A team of researchers from the University of Twente, The Netherlands, has established a process to Additively Manufacture structures of copper and gold by stacking microscopically small metal droplets. The droplets are made by melting a thin metal film using a pulsed laser.
In this method, a pulsed laser is focused on a thin metal film that locally melts and deforms into a flying drop. The researchers then carefully position thie drop onto a substrate. By repeating the process, a 3D structure is made. As an example, the researchers stacked thousands of drops to form micro-pillars with a height of 2 mm and a diameter of 5 µm. They also printed vertical electrodes in a cavity, as well as lines of copper. In effect, virtually any shape can be printed by smartly choosing the location of the drop impact.
In this study, the researchers used a surprisingly high laser energy in comparison to earlier work, to increase the impact velocity of the metal droplets. When these fast droplets impact onto the substrate, they deform into a disk shape and solidify in that form. The disk shape is essential for a sturdy 3D print: it allows the researchers to firmly stack the droplets on top of each other. In previous attempts, physicists used low laser energies. This allowed them to print smaller drops, but the drops stayed spherical, which meant that a stack of solidified droplets was less stable.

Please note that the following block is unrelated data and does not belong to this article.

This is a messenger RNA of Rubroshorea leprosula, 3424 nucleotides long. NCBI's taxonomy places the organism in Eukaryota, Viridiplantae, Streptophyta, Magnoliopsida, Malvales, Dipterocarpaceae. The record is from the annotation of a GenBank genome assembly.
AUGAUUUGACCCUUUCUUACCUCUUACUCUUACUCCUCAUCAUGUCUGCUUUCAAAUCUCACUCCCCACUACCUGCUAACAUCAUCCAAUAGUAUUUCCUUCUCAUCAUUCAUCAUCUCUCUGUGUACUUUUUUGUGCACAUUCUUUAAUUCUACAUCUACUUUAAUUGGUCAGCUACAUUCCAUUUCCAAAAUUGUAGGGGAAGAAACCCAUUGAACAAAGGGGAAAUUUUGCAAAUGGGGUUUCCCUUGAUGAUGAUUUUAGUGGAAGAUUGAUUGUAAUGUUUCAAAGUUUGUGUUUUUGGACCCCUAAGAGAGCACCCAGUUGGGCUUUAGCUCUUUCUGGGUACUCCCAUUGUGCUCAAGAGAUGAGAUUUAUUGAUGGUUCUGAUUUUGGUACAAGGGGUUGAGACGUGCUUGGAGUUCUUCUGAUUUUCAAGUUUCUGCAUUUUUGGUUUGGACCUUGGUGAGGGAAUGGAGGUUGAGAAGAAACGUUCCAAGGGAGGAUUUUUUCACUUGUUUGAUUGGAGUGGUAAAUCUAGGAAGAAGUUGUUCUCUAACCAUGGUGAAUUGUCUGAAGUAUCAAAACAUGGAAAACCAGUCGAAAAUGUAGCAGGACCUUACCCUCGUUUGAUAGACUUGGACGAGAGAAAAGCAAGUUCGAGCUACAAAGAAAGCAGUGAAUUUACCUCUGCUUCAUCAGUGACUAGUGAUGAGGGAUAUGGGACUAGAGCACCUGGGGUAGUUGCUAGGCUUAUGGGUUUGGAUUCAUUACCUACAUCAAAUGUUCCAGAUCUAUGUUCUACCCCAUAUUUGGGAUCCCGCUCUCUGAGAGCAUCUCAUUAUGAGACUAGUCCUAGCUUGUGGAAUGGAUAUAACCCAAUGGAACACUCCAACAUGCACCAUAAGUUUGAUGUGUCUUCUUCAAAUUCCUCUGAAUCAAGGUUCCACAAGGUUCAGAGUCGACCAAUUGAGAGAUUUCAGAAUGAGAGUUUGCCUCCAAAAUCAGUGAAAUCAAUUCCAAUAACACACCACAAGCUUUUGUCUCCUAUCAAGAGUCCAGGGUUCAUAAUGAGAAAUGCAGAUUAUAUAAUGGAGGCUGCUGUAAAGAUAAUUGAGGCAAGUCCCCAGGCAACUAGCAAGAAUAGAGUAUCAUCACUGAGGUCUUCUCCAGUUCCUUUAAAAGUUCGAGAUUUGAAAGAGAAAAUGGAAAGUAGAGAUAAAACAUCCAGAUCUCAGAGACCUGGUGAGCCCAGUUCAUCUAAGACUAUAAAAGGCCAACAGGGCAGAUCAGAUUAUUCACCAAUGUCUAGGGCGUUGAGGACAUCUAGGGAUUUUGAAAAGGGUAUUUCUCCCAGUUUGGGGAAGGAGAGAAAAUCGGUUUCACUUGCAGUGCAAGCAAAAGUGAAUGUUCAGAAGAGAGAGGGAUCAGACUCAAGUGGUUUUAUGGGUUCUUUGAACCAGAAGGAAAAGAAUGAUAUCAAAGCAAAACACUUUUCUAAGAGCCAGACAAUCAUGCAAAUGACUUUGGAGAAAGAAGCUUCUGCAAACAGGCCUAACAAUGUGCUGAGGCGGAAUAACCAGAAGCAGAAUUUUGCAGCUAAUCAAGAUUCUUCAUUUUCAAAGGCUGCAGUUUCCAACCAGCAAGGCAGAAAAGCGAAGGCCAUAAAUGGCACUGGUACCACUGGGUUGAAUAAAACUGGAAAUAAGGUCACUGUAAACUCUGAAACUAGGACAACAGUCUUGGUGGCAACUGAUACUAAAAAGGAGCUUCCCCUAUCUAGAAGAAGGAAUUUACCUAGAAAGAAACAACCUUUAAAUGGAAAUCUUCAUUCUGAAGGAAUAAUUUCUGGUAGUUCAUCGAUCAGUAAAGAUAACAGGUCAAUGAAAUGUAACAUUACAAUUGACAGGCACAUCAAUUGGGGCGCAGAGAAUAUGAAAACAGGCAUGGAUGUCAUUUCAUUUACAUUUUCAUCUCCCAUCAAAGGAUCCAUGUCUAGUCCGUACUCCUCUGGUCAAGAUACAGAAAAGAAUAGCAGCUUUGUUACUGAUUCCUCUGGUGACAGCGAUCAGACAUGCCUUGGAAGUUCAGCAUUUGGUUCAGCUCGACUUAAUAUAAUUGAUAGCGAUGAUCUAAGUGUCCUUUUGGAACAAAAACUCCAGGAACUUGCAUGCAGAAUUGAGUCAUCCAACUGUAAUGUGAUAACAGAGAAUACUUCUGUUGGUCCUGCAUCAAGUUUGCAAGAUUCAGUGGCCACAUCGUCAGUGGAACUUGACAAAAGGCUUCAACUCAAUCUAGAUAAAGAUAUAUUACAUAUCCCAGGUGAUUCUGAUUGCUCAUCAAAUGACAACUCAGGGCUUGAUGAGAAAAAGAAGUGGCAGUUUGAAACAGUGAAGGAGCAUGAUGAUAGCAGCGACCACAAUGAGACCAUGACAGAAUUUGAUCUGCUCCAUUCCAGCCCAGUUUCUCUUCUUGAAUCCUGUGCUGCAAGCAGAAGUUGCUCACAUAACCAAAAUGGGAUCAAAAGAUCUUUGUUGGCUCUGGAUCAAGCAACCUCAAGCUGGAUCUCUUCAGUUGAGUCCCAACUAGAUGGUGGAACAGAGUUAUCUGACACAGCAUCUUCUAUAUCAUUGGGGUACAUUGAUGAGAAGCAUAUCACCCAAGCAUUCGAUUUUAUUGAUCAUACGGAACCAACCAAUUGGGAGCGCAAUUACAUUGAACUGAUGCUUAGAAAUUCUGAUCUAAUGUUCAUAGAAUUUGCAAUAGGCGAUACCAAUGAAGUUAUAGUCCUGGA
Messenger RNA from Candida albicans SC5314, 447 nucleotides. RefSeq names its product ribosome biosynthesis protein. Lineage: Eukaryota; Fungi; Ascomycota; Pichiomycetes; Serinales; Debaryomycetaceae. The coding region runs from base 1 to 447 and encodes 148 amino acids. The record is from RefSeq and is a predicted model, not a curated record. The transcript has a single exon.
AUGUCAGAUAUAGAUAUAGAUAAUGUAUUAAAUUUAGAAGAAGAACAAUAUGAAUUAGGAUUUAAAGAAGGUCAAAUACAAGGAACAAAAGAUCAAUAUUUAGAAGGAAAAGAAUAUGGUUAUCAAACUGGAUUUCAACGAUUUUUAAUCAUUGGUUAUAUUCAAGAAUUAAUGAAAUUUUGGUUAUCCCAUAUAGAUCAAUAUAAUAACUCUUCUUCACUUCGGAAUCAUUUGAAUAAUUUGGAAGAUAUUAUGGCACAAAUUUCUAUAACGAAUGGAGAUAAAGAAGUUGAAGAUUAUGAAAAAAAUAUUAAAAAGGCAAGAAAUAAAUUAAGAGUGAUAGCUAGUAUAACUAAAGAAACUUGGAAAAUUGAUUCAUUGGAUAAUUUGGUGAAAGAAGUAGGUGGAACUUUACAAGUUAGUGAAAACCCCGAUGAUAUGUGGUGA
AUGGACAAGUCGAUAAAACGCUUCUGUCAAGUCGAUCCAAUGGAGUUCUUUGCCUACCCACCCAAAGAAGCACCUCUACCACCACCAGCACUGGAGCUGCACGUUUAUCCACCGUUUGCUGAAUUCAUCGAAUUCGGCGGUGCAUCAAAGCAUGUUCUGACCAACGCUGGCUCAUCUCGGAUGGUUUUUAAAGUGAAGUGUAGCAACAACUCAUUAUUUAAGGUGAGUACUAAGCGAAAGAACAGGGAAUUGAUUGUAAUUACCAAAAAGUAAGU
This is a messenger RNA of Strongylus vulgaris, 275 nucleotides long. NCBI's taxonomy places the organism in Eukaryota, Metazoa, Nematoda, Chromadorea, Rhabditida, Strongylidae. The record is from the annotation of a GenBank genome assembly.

In their article, the researchers explain which speed is required to achieve the desired drop shape. They had previously predicted this speed for different laser energies and materials. This means that the results can be readily translated to other metals as well.
One remaining problem is that the high laser energy also results in droplets landing on the substrate next to the desired location. At present this cannot be prevented. In future work the team will investigate this effect, to enable clean printing with metals, gels, pastas or extremely thick fluids.
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